Perfect Matching problem is polynomial time solvable in general graphs. Given undirected simple graph,

Is the problem of finding two perfect matching with minimum shared edges between them efficiently solvable?

Shared edge is an edge that occurs in both perfect matchings.


1 Answer 1


Consider a 3-regular graph $G = (V,E)$.

If there is an edge colouring of $G$ with 3 colours, then you have a partition of $E$ in 3 disjoint perfect matchings. In particular, you can find 2 disjoint perfect matchings.

Conversely, if you can find two disjoint perfect matchings $M_1$ and $M_2$, you can also find a third disjoint perfect matching $M_3 = E \setminus (M_1 \cup M_2)$. The partition $\{M_1, M_2, M_3\}$ of $E$ is an edge colouring of $G$ with 3 colours.

Deciding if a 3-regular graph has an edge colouring with 3 colours is NP-hard (Holyer 1981). Hence it is also NP-hard to decide if there are two disjoint perfect matchings (i.e., to decide if the minimum number of shared edges is 0).

  • $\begingroup$ @Jukka, I'm aware of this result. Can you Cary out the reduction from edge-coloring in general graphs to 2-disjoint perfect matchings? . In general graphs, the chromatic index is greater than $\Delta(G)$. So you must have $k$-perfect matchings. $\endgroup$ Sep 14, 2010 at 14:55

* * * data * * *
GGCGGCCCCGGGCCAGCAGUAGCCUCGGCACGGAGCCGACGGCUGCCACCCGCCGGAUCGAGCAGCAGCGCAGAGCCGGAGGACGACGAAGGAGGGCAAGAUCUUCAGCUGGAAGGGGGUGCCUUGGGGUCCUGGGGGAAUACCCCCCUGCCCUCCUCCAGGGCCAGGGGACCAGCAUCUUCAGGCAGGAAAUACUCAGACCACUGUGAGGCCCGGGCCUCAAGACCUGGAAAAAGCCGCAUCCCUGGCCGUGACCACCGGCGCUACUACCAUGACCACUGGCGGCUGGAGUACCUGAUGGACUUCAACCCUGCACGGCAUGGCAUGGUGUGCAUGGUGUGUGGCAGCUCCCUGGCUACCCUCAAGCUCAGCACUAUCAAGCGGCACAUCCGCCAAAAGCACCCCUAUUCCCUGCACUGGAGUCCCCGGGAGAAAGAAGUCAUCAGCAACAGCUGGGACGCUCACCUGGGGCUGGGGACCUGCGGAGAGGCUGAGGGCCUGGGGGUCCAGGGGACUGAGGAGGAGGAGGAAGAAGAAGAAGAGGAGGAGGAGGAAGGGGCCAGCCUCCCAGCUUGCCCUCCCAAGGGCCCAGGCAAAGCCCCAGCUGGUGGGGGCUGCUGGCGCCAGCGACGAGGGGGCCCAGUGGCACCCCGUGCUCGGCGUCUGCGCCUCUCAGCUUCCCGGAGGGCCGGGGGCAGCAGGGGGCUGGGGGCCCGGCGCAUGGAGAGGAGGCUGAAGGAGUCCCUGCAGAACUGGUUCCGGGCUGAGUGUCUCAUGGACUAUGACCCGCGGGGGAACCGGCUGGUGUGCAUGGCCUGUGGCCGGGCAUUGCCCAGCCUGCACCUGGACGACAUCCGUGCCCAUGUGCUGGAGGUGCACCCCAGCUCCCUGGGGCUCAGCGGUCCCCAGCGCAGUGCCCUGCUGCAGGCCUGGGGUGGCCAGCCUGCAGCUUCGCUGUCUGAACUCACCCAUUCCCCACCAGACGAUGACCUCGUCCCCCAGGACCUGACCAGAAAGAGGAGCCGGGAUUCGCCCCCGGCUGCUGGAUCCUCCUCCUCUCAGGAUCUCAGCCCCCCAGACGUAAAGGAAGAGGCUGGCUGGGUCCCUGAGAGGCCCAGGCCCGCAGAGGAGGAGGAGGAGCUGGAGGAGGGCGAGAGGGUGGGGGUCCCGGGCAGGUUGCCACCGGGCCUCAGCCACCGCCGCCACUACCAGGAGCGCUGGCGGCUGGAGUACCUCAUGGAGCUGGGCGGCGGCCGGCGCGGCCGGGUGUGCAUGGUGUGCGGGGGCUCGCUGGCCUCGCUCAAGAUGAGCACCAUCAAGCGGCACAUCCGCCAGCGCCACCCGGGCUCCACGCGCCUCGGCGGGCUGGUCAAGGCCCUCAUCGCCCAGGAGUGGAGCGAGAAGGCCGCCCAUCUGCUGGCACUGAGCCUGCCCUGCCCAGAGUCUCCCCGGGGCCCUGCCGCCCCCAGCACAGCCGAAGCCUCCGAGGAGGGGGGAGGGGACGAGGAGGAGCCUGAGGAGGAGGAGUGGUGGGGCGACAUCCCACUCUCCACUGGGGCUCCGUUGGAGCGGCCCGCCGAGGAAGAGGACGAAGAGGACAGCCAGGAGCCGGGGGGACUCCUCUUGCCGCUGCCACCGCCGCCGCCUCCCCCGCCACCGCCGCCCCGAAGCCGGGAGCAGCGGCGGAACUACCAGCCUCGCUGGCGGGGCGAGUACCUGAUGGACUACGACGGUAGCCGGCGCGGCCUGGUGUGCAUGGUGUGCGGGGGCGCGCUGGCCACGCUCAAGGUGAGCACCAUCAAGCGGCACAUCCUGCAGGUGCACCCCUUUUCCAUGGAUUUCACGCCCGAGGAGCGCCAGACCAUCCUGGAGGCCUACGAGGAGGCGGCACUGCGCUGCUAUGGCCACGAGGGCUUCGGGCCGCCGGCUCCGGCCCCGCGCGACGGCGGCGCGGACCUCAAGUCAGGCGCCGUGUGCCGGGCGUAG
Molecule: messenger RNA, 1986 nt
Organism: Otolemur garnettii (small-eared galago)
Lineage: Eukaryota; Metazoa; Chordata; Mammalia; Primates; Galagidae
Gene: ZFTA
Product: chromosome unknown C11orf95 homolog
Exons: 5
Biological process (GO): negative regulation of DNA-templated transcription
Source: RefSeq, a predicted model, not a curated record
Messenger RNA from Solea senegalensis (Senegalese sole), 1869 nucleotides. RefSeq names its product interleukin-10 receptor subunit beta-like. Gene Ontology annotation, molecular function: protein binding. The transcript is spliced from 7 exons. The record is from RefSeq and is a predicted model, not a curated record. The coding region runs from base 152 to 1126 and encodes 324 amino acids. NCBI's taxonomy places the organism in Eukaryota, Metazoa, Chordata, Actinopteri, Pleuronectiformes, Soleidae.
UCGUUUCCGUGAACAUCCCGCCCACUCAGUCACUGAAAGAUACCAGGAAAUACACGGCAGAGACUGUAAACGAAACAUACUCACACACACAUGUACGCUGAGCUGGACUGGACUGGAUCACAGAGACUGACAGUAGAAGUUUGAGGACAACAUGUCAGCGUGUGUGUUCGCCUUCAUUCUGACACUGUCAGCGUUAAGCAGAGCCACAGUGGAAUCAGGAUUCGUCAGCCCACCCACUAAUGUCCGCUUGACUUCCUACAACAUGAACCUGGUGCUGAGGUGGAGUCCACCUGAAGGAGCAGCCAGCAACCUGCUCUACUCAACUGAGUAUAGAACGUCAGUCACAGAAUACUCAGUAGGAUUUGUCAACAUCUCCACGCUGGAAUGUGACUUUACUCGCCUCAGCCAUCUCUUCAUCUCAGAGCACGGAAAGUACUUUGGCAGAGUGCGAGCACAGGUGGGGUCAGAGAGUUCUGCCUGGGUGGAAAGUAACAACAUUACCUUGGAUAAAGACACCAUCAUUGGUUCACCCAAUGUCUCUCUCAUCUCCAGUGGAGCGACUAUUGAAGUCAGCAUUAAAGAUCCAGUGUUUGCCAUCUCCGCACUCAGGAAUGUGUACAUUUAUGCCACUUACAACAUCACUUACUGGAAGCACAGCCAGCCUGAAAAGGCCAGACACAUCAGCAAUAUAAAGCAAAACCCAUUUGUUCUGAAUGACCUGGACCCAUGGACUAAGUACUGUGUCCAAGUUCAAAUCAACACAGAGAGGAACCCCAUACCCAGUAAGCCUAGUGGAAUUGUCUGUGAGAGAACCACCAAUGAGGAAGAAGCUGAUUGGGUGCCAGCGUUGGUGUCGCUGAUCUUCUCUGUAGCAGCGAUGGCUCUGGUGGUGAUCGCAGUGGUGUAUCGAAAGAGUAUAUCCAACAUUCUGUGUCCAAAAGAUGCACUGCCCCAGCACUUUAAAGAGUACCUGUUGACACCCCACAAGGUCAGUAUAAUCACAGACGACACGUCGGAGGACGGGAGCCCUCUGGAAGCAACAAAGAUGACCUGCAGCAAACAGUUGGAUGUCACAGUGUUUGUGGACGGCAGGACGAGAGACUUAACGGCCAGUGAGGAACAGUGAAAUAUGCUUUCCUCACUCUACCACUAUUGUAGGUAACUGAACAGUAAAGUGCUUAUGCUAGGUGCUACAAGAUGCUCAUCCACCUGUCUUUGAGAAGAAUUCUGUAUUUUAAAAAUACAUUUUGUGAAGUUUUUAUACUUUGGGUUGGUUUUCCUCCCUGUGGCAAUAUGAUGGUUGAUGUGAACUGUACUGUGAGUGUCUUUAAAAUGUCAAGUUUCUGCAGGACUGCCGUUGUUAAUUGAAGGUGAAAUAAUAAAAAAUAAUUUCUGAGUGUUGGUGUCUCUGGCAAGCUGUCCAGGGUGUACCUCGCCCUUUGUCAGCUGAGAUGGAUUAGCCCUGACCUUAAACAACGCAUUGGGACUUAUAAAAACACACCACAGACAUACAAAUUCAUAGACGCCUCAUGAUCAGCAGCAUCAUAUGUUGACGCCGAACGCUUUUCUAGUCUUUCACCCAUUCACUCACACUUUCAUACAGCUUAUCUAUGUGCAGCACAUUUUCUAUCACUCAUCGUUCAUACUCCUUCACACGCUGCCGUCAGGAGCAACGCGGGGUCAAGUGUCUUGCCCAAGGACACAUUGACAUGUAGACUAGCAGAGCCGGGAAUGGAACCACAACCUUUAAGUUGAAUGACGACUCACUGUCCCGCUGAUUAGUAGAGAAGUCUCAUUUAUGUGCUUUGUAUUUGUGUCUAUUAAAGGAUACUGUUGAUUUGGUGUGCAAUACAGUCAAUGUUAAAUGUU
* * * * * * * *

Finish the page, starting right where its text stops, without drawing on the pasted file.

• $\begingroup$ The OP asks for 2-Perfect matchings in General graphs with minimum shared edges. $\endgroup$ Sep 14, 2010 at 15:13
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    $\begingroup$ If the problem is NP-hard even in the special case of 3-regular graphs, then certainly it can't be easy to solve in general graphs, right? And if it's NP-hard to decide if the optimal solution has 0 shared edges (= disjoint perfect matchings) or > 0 shared edges (= non-disjoint perfect matchings), then the optimisation problem is NP-hard, too? $\endgroup$ Sep 14, 2010 at 15:17
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    $\begingroup$ Are you seriously suggesting that even though your problem is NP-hard for cubic graphs, it might still admit a polynomial-time algorithm in the general case (which of course includes all cubic graphs)? $\endgroup$ Sep 14, 2010 at 16:01
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    $\begingroup$ Of course it is also a reduction from finding a 3-edge-colouring in cubic graphs (an NP-hard problem) to finding 2 disjoint perfect matchings in general graphs, if you prefer to see it like that. Assume that you have a black box $M$ that decides if there are 2 disjoint perfect matchings in a given (general) graph $G$. The above reduction shows that, using $M$, we can solve the following NP-complete problem: decide if a given cubic graph has a 3-edge-colouring. $\endgroup$ Sep 14, 2010 at 16:26

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